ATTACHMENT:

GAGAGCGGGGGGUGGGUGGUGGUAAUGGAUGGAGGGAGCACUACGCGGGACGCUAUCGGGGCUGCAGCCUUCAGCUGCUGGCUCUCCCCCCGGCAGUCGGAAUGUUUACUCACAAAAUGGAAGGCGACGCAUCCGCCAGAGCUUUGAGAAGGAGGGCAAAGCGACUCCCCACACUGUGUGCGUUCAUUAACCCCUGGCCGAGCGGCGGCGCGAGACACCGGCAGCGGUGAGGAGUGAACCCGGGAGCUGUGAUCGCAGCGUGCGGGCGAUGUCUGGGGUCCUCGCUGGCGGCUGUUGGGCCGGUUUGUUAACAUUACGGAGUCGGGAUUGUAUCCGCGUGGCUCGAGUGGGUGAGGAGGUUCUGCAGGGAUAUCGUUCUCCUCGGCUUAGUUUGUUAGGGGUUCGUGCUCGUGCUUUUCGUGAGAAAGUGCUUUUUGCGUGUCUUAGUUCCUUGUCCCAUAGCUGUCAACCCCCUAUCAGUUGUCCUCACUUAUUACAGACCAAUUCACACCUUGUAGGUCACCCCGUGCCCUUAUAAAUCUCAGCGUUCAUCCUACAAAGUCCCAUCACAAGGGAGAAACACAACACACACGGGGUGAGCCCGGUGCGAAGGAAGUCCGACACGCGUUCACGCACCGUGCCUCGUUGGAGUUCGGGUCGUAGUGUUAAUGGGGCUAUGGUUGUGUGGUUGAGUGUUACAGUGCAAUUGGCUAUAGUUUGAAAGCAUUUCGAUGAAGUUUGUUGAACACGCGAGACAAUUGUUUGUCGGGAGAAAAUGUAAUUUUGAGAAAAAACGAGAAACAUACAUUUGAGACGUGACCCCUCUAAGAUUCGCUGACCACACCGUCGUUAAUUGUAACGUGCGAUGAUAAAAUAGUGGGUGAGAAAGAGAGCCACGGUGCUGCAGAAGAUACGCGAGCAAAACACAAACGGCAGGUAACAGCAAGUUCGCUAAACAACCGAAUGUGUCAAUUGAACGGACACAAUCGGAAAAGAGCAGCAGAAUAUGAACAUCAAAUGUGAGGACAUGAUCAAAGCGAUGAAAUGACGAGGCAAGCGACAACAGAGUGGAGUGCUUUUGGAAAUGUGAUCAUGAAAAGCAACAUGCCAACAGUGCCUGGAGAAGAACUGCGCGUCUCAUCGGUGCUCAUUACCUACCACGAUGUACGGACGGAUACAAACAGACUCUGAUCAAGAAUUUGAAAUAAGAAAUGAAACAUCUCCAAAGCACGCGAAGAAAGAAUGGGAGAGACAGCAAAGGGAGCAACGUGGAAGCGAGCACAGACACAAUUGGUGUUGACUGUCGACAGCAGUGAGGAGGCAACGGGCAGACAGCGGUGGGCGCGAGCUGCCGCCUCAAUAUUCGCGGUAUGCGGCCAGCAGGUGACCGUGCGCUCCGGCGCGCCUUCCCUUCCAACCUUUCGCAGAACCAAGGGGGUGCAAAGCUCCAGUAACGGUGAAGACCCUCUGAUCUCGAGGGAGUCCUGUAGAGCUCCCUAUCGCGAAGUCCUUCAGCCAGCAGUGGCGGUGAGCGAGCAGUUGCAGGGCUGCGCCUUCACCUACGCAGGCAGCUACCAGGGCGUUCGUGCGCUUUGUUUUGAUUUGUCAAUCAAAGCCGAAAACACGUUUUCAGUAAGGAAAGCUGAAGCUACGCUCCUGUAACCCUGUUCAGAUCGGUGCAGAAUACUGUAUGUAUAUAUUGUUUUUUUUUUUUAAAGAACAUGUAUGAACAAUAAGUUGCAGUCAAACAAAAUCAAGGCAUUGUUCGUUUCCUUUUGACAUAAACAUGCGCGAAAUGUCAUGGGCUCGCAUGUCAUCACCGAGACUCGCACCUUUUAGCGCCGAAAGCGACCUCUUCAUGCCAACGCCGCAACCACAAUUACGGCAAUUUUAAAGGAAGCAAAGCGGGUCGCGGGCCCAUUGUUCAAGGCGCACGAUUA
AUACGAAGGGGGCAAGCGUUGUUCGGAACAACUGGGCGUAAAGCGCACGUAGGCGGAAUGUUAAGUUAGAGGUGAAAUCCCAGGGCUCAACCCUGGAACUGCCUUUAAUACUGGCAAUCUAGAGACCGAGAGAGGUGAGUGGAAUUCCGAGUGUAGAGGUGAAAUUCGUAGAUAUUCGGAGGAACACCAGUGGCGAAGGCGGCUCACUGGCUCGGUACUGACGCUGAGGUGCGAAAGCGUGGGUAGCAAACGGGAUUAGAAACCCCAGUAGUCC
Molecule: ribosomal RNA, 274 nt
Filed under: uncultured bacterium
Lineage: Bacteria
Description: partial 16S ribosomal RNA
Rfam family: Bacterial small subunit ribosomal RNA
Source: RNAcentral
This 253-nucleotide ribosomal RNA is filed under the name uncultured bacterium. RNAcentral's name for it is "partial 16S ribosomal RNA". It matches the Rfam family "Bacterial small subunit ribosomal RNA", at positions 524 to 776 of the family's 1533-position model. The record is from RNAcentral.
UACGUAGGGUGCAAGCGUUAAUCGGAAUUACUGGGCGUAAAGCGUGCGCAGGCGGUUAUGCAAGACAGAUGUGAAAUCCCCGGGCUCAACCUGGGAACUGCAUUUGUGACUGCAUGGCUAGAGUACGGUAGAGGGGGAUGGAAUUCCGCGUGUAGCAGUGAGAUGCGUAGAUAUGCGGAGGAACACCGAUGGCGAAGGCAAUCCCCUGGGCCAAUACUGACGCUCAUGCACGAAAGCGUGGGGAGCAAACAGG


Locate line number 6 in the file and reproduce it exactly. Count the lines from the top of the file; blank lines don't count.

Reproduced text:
Description: partial 16S ribosomal RNA